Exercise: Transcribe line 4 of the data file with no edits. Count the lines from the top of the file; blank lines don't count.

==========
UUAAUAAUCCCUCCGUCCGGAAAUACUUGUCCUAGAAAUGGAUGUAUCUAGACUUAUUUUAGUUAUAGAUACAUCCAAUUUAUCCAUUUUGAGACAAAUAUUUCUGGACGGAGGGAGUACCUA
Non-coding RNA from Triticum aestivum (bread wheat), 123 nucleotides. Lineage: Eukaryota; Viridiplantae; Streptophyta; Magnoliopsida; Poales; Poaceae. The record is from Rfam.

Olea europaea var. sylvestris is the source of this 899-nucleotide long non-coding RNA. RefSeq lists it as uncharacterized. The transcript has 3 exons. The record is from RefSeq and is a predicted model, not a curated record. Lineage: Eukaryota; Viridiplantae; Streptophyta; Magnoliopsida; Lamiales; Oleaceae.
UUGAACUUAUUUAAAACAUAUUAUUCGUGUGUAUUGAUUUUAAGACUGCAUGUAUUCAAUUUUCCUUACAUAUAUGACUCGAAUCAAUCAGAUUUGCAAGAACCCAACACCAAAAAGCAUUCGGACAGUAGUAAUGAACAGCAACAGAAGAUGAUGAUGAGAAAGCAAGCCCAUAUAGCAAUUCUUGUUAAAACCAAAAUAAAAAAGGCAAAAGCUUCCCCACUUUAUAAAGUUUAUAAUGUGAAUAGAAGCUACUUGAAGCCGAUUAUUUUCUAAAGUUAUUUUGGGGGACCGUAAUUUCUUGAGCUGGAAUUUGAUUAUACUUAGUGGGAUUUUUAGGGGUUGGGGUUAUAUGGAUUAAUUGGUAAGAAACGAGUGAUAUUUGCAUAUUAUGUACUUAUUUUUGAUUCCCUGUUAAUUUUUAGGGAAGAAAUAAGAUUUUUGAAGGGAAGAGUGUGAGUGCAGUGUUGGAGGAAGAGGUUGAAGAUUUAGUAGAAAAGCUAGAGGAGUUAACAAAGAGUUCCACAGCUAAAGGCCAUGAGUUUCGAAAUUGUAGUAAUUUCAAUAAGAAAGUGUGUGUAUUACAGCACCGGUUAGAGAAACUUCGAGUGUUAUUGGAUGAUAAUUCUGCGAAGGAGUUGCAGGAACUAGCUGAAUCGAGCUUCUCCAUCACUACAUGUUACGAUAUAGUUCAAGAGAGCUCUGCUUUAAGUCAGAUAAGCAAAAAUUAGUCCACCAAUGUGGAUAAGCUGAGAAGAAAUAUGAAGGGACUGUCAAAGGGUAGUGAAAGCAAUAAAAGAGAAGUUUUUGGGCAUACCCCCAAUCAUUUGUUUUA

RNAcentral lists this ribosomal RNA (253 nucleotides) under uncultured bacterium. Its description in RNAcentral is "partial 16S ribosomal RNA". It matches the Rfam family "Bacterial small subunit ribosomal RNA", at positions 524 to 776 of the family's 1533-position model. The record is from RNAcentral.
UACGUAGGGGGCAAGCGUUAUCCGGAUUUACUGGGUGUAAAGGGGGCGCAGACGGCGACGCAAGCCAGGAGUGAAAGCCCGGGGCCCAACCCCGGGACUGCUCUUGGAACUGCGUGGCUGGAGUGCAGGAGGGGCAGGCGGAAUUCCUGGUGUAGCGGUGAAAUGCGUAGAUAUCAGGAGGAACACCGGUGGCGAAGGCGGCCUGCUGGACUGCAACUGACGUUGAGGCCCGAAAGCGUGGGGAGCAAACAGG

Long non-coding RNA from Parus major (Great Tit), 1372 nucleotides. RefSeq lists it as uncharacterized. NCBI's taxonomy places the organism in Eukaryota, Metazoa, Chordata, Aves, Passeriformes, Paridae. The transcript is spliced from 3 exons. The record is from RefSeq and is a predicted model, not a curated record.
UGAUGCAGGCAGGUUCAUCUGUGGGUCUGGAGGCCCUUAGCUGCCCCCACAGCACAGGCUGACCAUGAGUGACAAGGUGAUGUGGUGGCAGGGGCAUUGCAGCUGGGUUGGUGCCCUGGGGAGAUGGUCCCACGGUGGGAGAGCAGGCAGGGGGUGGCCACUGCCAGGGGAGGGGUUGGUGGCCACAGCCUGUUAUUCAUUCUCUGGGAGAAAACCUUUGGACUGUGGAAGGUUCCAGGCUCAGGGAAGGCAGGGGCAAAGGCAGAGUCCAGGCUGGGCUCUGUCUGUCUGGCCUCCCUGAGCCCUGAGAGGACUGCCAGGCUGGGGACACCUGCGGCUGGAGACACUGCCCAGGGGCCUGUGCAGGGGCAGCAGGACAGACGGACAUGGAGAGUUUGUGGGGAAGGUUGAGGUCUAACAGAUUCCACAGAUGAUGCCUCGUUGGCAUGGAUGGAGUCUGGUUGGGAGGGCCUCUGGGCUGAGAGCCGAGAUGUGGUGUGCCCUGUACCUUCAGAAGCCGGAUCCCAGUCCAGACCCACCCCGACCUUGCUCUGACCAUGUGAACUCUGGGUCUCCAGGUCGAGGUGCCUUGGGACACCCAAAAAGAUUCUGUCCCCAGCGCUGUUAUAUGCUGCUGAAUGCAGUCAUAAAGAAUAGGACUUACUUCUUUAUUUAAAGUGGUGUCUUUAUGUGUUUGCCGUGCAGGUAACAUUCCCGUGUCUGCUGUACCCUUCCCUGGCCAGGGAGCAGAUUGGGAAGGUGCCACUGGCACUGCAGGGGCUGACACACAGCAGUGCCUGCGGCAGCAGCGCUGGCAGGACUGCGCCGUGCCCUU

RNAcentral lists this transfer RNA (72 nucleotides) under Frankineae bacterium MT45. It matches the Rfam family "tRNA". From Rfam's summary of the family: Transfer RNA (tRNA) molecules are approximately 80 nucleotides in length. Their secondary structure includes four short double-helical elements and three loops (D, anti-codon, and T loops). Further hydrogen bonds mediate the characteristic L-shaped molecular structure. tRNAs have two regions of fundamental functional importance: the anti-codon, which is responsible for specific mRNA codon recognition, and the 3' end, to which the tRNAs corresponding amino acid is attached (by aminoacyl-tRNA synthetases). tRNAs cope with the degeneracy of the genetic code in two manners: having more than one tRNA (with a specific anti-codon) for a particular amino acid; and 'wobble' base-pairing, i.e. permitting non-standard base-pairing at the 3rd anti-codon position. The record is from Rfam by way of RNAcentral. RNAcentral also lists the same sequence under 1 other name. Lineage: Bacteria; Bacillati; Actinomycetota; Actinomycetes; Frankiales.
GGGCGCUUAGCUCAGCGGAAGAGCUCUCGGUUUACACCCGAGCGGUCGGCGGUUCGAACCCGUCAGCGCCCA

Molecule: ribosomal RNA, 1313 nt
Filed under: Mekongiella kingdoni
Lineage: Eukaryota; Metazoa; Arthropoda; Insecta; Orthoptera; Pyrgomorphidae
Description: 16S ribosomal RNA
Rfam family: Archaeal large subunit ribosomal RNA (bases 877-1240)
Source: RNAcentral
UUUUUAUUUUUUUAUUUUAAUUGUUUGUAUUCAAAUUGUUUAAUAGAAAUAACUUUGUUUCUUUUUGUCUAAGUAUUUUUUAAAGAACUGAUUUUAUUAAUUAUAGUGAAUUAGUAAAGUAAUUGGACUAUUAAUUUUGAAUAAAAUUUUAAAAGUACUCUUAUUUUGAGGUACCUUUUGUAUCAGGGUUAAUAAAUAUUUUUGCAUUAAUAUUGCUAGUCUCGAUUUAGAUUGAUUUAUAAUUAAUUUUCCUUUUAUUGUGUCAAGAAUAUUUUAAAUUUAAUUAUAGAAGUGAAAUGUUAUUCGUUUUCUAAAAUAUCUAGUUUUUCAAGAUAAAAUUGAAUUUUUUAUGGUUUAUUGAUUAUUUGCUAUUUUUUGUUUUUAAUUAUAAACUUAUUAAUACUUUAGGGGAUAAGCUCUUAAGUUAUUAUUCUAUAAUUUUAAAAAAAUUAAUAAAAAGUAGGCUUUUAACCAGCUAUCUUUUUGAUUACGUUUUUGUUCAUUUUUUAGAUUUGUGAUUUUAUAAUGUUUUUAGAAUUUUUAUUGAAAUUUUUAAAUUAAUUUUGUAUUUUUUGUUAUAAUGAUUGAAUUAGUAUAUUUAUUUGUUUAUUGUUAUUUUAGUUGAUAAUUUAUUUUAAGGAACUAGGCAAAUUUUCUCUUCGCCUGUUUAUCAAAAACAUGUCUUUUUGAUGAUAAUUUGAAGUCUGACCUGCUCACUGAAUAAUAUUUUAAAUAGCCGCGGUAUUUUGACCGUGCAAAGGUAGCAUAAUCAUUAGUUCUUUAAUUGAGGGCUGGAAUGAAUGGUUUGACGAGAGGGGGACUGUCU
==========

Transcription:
UUGAACUUAUUUAAAACAUAUUAUUCGUGUGUAUUGAUUUUAAGACUGCAUGUAUUCAAUUUUCCUUACAUAUAUGACUCGAAUCAAUCAGAUUUGCAAGAACCCAACACCAAAAAGCAUUCGGACAGUAGUAAUGAACAGCAACAGAAGAUGAUGAUGAGAAAGCAAGCCCAUAUAGCAAUUCUUGUUAAAACCAAAAUAAAAAAGGCAAAAGCUUCCCCACUUUAUAAAGUUUAUAAUGUGAAUAGAAGCUACUUGAAGCCGAUUAUUUUCUAAAGUUAUUUUGGGGGACCGUAAUUUCUUGAGCUGGAAUUUGAUUAUACUUAGUGGGAUUUUUAGGGGUUGGGGUUAUAUGGAUUAAUUGGUAAGAAACGAGUGAUAUUUGCAUAUUAUGUACUUAUUUUUGAUUCCCUGUUAAUUUUUAGGGAAGAAAUAAGAUUUUUGAAGGGAAGAGUGUGAGUGCAGUGUUGGAGGAAGAGGUUGAAGAUUUAGUAGAAAAGCUAGAGGAGUUAACAAAGAGUUCCACAGCUAAAGGCCAUGAGUUUCGAAAUUGUAGUAAUUUCAAUAAGAAAGUGUGUGUAUUACAGCACCGGUUAGAGAAACUUCGAGUGUUAUUGGAUGAUAAUUCUGCGAAGGAGUUGCAGGAACUAGCUGAAUCGAGCUUCUCCAUCACUACAUGUUACGAUAUAGUUCAAGAGAGCUCUGCUUUAAGUCAGAUAAGCAAAAAUUAGUCCACCAAUGUGGAUAAGCUGAGAAGAAAUAUGAAGGGACUGUCAAAGGGUAGUGAAAGCAAUAAAAGAGAAGUUUUUGGGCAUACCCCCAAUCAUUUGUUUUA